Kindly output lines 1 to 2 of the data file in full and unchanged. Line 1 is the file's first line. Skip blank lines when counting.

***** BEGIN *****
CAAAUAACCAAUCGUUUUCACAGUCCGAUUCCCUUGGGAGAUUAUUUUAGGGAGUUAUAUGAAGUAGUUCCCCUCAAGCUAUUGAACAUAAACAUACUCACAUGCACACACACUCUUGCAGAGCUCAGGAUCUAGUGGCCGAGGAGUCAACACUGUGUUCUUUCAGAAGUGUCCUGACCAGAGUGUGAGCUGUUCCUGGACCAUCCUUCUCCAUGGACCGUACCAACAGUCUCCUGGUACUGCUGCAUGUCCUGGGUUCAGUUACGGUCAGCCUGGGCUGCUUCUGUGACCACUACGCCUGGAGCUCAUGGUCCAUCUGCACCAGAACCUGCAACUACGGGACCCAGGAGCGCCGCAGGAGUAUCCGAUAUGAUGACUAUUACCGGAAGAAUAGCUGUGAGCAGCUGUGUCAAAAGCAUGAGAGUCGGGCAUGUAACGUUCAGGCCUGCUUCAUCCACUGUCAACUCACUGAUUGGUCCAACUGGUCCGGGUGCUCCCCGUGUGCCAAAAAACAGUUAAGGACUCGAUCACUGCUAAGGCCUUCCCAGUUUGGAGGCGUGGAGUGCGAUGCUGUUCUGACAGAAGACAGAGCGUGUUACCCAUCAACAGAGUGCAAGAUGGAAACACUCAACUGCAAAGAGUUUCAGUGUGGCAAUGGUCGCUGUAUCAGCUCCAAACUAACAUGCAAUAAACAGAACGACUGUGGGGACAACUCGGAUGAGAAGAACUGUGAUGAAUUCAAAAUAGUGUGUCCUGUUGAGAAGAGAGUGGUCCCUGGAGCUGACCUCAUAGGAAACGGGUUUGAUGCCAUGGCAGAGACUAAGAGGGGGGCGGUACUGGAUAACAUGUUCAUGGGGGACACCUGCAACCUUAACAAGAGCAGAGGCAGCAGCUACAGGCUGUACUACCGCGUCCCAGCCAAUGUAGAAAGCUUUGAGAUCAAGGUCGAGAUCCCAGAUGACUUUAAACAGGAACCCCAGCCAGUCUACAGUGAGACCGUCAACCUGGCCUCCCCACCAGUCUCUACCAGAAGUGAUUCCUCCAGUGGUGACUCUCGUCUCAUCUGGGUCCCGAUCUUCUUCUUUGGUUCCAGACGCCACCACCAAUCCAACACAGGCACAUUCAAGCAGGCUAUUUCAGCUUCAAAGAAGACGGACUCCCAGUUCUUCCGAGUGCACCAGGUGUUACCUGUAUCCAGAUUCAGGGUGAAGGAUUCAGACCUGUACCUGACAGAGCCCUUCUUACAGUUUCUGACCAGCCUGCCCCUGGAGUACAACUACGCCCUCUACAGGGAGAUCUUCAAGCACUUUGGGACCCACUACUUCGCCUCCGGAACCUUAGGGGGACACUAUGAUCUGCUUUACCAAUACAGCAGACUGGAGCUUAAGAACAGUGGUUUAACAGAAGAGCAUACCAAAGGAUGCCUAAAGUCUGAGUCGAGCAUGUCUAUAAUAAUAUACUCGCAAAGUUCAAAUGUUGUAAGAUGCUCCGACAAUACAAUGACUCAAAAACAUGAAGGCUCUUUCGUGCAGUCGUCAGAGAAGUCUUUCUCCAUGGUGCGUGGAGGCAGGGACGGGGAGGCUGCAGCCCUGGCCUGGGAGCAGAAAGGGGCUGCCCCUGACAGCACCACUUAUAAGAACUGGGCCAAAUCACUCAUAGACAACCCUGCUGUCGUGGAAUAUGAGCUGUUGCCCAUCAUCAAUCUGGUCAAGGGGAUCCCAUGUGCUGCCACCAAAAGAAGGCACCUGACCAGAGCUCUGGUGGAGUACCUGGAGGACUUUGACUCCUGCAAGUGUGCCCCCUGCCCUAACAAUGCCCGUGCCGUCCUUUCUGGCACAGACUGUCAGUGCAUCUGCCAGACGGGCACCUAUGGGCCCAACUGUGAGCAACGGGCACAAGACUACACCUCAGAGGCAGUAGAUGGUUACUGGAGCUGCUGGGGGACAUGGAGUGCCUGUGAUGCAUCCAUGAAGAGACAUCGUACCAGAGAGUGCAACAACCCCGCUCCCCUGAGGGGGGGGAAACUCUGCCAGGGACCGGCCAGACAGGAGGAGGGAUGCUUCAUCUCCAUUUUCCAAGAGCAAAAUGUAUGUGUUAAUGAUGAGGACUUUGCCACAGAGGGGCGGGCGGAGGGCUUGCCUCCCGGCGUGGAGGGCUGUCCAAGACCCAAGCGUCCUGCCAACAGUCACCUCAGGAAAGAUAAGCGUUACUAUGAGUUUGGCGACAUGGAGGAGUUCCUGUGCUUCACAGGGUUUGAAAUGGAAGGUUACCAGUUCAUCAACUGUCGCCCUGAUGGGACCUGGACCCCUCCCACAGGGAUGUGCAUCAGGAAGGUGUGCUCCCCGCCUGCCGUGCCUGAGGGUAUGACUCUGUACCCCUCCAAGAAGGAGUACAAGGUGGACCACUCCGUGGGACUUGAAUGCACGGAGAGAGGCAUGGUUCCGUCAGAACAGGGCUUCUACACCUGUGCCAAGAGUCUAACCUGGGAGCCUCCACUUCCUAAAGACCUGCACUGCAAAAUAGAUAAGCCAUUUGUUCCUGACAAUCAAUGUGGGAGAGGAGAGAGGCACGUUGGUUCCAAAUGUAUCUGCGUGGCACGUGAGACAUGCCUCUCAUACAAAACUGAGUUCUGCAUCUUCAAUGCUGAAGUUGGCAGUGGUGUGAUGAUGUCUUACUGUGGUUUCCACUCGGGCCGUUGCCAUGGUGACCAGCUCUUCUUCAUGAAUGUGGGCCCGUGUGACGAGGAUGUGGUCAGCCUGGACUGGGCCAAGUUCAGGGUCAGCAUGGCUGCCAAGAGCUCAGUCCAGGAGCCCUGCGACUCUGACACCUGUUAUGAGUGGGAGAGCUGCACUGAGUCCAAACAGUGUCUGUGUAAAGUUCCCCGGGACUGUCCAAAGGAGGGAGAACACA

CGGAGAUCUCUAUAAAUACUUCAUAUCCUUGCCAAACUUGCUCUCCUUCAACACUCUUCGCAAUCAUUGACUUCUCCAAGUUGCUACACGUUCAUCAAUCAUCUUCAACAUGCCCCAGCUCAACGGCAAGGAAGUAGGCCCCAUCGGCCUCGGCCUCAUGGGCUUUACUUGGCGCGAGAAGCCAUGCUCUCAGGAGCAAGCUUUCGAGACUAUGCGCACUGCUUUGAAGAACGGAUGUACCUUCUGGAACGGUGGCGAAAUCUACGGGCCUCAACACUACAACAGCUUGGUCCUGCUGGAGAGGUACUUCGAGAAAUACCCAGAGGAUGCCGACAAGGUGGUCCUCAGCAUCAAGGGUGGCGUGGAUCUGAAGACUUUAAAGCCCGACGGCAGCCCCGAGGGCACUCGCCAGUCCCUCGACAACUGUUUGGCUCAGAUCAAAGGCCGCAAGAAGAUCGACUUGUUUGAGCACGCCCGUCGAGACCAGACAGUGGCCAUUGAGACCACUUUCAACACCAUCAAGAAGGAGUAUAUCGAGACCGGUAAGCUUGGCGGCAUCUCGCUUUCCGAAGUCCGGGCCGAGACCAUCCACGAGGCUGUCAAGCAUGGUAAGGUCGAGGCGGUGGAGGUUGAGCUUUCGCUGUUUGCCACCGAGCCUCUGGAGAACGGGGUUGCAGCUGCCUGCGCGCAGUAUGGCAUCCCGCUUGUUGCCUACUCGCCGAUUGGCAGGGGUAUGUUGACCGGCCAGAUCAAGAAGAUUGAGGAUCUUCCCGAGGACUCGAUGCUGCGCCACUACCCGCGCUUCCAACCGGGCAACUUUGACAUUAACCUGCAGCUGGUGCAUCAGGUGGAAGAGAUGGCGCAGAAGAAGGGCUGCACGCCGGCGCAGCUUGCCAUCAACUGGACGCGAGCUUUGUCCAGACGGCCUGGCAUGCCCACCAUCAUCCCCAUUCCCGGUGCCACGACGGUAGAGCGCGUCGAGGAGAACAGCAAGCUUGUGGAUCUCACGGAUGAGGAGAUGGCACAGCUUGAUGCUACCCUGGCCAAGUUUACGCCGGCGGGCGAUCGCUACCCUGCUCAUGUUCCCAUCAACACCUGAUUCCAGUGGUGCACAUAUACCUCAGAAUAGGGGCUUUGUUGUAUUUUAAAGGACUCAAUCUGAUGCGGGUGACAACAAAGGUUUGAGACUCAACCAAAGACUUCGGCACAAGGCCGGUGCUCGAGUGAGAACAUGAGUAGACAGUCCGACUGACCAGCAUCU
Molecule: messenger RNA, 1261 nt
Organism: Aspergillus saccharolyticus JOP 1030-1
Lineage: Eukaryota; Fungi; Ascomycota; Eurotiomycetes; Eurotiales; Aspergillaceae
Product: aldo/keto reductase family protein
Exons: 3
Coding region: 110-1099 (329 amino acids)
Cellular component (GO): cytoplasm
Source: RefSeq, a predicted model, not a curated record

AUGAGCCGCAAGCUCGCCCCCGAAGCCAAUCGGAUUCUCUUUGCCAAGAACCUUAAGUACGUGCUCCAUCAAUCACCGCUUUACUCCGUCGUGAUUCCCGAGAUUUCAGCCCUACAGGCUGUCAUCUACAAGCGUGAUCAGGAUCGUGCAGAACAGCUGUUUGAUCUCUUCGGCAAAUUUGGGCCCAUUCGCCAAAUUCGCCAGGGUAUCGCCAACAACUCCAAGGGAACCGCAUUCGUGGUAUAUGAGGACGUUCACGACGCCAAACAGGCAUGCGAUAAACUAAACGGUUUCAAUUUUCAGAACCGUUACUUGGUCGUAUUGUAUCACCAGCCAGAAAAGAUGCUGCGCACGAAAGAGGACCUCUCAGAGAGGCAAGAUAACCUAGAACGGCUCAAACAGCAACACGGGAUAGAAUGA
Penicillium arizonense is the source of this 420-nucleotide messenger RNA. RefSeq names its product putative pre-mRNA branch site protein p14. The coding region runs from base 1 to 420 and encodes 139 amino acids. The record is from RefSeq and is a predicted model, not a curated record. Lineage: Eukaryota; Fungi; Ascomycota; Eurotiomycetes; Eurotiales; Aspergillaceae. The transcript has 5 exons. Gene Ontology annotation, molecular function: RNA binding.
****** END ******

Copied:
CAAAUAACCAAUCGUUUUCACAGUCCGAUUCCCUUGGGAGAUUAUUUUAGGGAGUUAUAUGAAGUAGUUCCCCUCAAGCUAUUGAACAUAAACAUACUCACAUGCACACACACUCUUGCAGAGCUCAGGAUCUAGUGGCCGAGGAGUCAACACUGUGUUCUUUCAGAAGUGUCCUGACCAGAGUGUGAGCUGUUCCUGGACCAUCCUUCUCCAUGGACCGUACCAACAGUCUCCUGGUACUGCUGCAUGUCCUGGGUUCAGUUACGGUCAGCCUGGGCUGCUUCUGUGACCACUACGCCUGGAGCUCAUGGUCCAUCUGCACCAGAACCUGCAACUACGGGACCCAGGAGCGCCGCAGGAGUAUCCGAUAUGAUGACUAUUACCGGAAGAAUAGCUGUGAGCAGCUGUGUCAAAAGCAUGAGAGUCGGGCAUGUAACGUUCAGGCCUGCUUCAUCCACUGUCAACUCACUGAUUGGUCCAACUGGUCCGGGUGCUCCCCGUGUGCCAAAAAACAGUUAAGGACUCGAUCACUGCUAAGGCCUUCCCAGUUUGGAGGCGUGGAGUGCGAUGCUGUUCUGACAGAAGACAGAGCGUGUUACCCAUCAACAGAGUGCAAGAUGGAAACACUCAACUGCAAAGAGUUUCAGUGUGGCAAUGGUCGCUGUAUCAGCUCCAAACUAACAUGCAAUAAACAGAACGACUGUGGGGACAACUCGGAUGAGAAGAACUGUGAUGAAUUCAAAAUAGUGUGUCCUGUUGAGAAGAGAGUGGUCCCUGGAGCUGACCUCAUAGGAAACGGGUUUGAUGCCAUGGCAGAGACUAAGAGGGGGGCGGUACUGGAUAACAUGUUCAUGGGGGACACCUGCAACCUUAACAAGAGCAGAGGCAGCAGCUACAGGCUGUACUACCGCGUCCCAGCCAAUGUAGAAAGCUUUGAGAUCAAGGUCGAGAUCCCAGAUGACUUUAAACAGGAACCCCAGCCAGUCUACAGUGAGACCGUCAACCUGGCCUCCCCACCAGUCUCUACCAGAAGUGAUUCCUCCAGUGGUGACUCUCGUCUCAUCUGGGUCCCGAUCUUCUUCUUUGGUUCCAGACGCCACCACCAAUCCAACACAGGCACAUUCAAGCAGGCUAUUUCAGCUUCAAAGAAGACGGACUCCCAGUUCUUCCGAGUGCACCAGGUGUUACCUGUAUCCAGAUUCAGGGUGAAGGAUUCAGACCUGUACCUGACAGAGCCCUUCUUACAGUUUCUGACCAGCCUGCCCCUGGAGUACAACUACGCCCUCUACAGGGAGAUCUUCAAGCACUUUGGGACCCACUACUUCGCCUCCGGAACCUUAGGGGGACACUAUGAUCUGCUUUACCAAUACAGCAGACUGGAGCUUAAGAACAGUGGUUUAACAGAAGAGCAUACCAAAGGAUGCCUAAAGUCUGAGUCGAGCAUGUCUAUAAUAAUAUACUCGCAAAGUUCAAAUGUUGUAAGAUGCUCCGACAAUACAAUGACUCAAAAACAUGAAGGCUCUUUCGUGCAGUCGUCAGAGAAGUCUUUCUCCAUGGUGCGUGGAGGCAGGGACGGGGAGGCUGCAGCCCUGGCCUGGGAGCAGAAAGGGGCUGCCCCUGACAGCACCACUUAUAAGAACUGGGCCAAAUCACUCAUAGACAACCCUGCUGUCGUGGAAUAUGAGCUGUUGCCCAUCAUCAAUCUGGUCAAGGGGAUCCCAUGUGCUGCCACCAAAAGAAGGCACCUGACCAGAGCUCUGGUGGAGUACCUGGAGGACUUUGACUCCUGCAAGUGUGCCCCCUGCCCUAACAAUGCCCGUGCCGUCCUUUCUGGCACAGACUGUCAGUGCAUCUGCCAGACGGGCACCUAUGGGCCCAACUGUGAGCAACGGGCACAAGACUACACCUCAGAGGCAGUAGAUGGUUACUGGAGCUGCUGGGGGACAUGGAGUGCCUGUGAUGCAUCCAUGAAGAGACAUCGUACCAGAGAGUGCAACAACCCCGCUCCCCUGAGGGGGGGGAAACUCUGCCAGGGACCGGCCAGACAGGAGGAGGGAUGCUUCAUCUCCAUUUUCCAAGAGCAAAAUGUAUGUGUUAAUGAUGAGGACUUUGCCACAGAGGGGCGGGCGGAGGGCUUGCCUCCCGGCGUGGAGGGCUGUCCAAGACCCAAGCGUCCUGCCAACAGUCACCUCAGGAAAGAUAAGCGUUACUAUGAGUUUGGCGACAUGGAGGAGUUCCUGUGCUUCACAGGGUUUGAAAUGGAAGGUUACCAGUUCAUCAACUGUCGCCCUGAUGGGACCUGGACCCCUCCCACAGGGAUGUGCAUCAGGAAGGUGUGCUCCCCGCCUGCCGUGCCUGAGGGUAUGACUCUGUACCCCUCCAAGAAGGAGUACAAGGUGGACCACUCCGUGGGACUUGAAUGCACGGAGAGAGGCAUGGUUCCGUCAGAACAGGGCUUCUACACCUGUGCCAAGAGUCUAACCUGGGAGCCUCCACUUCCUAAAGACCUGCACUGCAAAAUAGAUAAGCCAUUUGUUCCUGACAAUCAAUGUGGGAGAGGAGAGAGGCACGUUGGUUCCAAAUGUAUCUGCGUGGCACGUGAGACAUGCCUCUCAUACAAAACUGAGUUCUGCAUCUUCAAUGCUGAAGUUGGCAGUGGUGUGAUGAUGUCUUACUGUGGUUUCCACUCGGGCCGUUGCCAUGGUGACCAGCUCUUCUUCAUGAAUGUGGGCCCGUGUGACGAGGAUGUGGUCAGCCUGGACUGGGCCAAGUUCAGGGUCAGCAUGGCUGCCAAGAGCUCAGUCCAGGAGCCCUGCGACUCUGACACCUGUUAUGAGUGGGAGAGCUGCACUGAGUCCAAACAGUGUCUGUGUAAAGUUCCCCGGGACUGUCCAAAGGAGGGAGAACACA

CGGAGAUCUCUAUAAAUACUUCAUAUCCUUGCCAAACUUGCUCUCCUUCAACACUCUUCGCAAUCAUUGACUUCUCCAAGUUGCUACACGUUCAUCAAUCAUCUUCAACAUGCCCCAGCUCAACGGCAAGGAAGUAGGCCCCAUCGGCCUCGGCCUCAUGGGCUUUACUUGGCGCGAGAAGCCAUGCUCUCAGGAGCAAGCUUUCGAGACUAUGCGCACUGCUUUGAAGAACGGAUGUACCUUCUGGAACGGUGGCGAAAUCUACGGGCCUCAACACUACAACAGCUUGGUCCUGCUGGAGAGGUACUUCGAGAAAUACCCAGAGGAUGCCGACAAGGUGGUCCUCAGCAUCAAGGGUGGCGUGGAUCUGAAGACUUUAAAGCCCGACGGCAGCCCCGAGGGCACUCGCCAGUCCCUCGACAACUGUUUGGCUCAGAUCAAAGGCCGCAAGAAGAUCGACUUGUUUGAGCACGCCCGUCGAGACCAGACAGUGGCCAUUGAGACCACUUUCAACACCAUCAAGAAGGAGUAUAUCGAGACCGGUAAGCUUGGCGGCAUCUCGCUUUCCGAAGUCCGGGCCGAGACCAUCCACGAGGCUGUCAAGCAUGGUAAGGUCGAGGCGGUGGAGGUUGAGCUUUCGCUGUUUGCCACCGAGCCUCUGGAGAACGGGGUUGCAGCUGCCUGCGCGCAGUAUGGCAUCCCGCUUGUUGCCUACUCGCCGAUUGGCAGGGGUAUGUUGACCGGCCAGAUCAAGAAGAUUGAGGAUCUUCCCGAGGACUCGAUGCUGCGCCACUACCCGCGCUUCCAACCGGGCAACUUUGACAUUAACCUGCAGCUGGUGCAUCAGGUGGAAGAGAUGGCGCAGAAGAAGGGCUGCACGCCGGCGCAGCUUGCCAUCAACUGGACGCGAGCUUUGUCCAGACGGCCUGGCAUGCCCACCAUCAUCCCCAUUCCCGGUGCCACGACGGUAGAGCGCGUCGAGGAGAACAGCAAGCUUGUGGAUCUCACGGAUGAGGAGAUGGCACAGCUUGAUGCUACCCUGGCCAAGUUUACGCCGGCGGGCGAUCGCUACCCUGCUCAUGUUCCCAUCAACACCUGAUUCCAGUGGUGCACAUAUACCUCAGAAUAGGGGCUUUGUUGUAUUUUAAAGGACUCAAUCUGAUGCGGGUGACAACAAAGGUUUGAGACUCAACCAAAGACUUCGGCACAAGGCCGGUGCUCGAGUGAGAACAUGAGUAGACAGUCCGACUGACCAGCAUCU